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Westchester County Legislators Meet with Environmental Officials to Discuss Clean Water Infrastructure Needs

Members of the Westchester County Board of Legislators (BOL) Septic Subcommittee received a presentation from the two authors of the Clean Watershed Needs Survey (CWNS) today at the Michaelian Office Building in White Plains. Representatives of towns and villages from northern Westchester and Putnam counties were also in attendance. The purpose of the 2012 CWNS is to assess the capital costs for water pollution abatement or protection projects that are not completely funded as of January 1, 2012 or expected to occur within the next 20 years.

This is of special interest to the BOL because the ten Croton Watershed towns of northern Westchester have been saddled with $150 million in unfunded mandates by the New York States Department of Environmental Conservation to reduce phosphorous from the watershed to protect New York City’s water supply.

Westchester County Board of Legislators Majority Leader and Subcommittee Chairman Peter Harckham (D-Katonah) welcomed Raymond Kvalheim, a project director with the U.S. Environmental Protection Agency (USEPA), and Jason C. Denno, from the New York State Environmental Facilities Corporation and CWNS state coordinator, to discuss necessary wastewater infrastructure improvements and how to document these needs.

“This was an extremely important meeting to bring all of the stakeholders together to discuss clean water infrastructure needs in Westchester, and how to appropriately document those projects for USEPA’s submission to Congress for appropriations,” said Legislator Harckham. “More needs to be done, of course, but we laid out the road map today.”

“Getting into the CWNS report is critical because of how the federal government cut back on clean water funding,” continued Harckham. “We need to document our projects to compete for reduced funding.”

The emphasis on long-term needs and costs for watershed protection and wastewater management encourages advanced asset management and supports US EPA’s Sustainable Infrastructure Initiative. The USEPA will uses the collected data for the CWNS to document national needs in a report to Congress that will provide federal lawmakers with information to assist in their budgeting efforts in the 2013 budget appropriations bills. The data is also used to help measure environmental progress, contribute to academic research, provide information to the public, and help local and state governments implement water quality programs.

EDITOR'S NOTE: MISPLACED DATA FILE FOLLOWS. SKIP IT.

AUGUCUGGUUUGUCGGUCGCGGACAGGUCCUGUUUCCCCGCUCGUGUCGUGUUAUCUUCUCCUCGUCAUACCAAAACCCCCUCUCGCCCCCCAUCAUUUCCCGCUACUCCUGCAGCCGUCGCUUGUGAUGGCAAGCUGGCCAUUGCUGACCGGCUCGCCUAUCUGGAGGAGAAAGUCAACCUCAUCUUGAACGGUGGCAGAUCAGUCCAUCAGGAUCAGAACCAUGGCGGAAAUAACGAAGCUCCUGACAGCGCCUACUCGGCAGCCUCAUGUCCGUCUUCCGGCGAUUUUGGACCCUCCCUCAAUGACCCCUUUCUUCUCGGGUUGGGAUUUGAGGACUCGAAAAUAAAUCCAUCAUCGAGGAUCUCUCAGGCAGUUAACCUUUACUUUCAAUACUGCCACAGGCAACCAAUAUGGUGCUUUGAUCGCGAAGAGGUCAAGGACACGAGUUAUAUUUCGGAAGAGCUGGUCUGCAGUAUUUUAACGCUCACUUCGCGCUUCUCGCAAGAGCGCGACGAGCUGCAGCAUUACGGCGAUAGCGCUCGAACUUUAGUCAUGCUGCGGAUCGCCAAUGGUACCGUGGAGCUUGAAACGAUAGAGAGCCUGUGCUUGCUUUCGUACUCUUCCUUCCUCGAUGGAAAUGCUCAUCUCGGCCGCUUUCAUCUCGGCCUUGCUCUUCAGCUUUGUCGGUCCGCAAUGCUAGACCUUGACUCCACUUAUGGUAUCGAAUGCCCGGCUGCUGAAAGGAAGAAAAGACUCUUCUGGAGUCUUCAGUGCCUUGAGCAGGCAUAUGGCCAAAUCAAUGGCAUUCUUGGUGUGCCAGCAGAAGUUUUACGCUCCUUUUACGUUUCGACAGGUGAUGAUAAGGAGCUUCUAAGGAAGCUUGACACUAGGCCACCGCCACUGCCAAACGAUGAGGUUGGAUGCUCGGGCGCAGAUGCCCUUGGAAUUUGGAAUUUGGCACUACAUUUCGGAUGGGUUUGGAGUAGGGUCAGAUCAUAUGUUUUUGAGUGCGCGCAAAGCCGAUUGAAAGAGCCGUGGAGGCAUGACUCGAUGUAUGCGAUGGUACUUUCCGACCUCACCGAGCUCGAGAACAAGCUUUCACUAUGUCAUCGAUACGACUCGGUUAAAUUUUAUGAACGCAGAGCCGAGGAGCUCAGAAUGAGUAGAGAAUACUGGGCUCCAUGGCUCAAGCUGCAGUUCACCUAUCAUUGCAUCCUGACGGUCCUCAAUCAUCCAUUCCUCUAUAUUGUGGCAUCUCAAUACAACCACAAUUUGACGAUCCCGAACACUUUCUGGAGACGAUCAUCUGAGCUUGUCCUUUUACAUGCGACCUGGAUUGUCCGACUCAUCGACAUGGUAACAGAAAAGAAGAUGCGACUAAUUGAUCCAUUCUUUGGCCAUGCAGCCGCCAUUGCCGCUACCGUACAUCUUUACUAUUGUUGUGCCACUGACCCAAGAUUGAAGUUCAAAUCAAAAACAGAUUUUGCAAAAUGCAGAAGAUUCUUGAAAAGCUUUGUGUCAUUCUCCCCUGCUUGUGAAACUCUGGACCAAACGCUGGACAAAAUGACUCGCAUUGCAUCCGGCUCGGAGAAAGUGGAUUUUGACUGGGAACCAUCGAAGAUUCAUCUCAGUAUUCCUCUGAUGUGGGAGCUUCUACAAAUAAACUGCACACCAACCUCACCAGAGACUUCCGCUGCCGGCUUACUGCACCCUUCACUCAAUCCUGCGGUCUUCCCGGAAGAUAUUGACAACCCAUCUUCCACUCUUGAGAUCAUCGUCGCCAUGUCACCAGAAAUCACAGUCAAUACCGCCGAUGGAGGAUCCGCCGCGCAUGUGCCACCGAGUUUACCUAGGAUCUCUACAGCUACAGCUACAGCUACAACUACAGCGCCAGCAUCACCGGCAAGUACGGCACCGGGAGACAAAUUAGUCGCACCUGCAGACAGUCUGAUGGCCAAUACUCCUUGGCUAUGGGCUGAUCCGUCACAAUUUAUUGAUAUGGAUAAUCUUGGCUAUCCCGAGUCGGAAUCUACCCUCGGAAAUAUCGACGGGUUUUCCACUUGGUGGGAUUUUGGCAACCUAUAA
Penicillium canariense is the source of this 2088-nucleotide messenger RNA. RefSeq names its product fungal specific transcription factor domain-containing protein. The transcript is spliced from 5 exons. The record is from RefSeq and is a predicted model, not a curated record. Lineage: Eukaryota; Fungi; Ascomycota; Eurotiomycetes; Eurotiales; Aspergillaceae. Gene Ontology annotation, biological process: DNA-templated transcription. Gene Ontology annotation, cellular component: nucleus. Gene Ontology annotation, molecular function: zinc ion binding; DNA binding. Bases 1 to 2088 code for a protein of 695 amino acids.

Prior to the Subcommittee meeting, Legislator Harckham met with Messrs. Kvalheim and Denno to get more information about the CWNS and how it may help with the $150 million in unfunded mandates imposed upon the county’s northern communities.

Over 20 different local officials attended the subcommittee meeting, and the roundtable discussion that followed the presentation featured a lot of information sharing. Kvalheim noted that there was a lot of time to get data together for the CWNS. The categories of watershed needs include wastewater treatment systems; wastewater collection and conveyance; combined sewer overflow; stormwater management programs; non-point source control; and decentralized stormwater systems.

Also attending the subcommittee meeting were Legislator Martin Rogowksy (D-Harrison) and Legislator Mary Jane Shimsky (D-Greenburgh).

The federal government used to fund 90% of projects tied to the Clean Water Act.  Today, it only funds around 10% percent of those projects.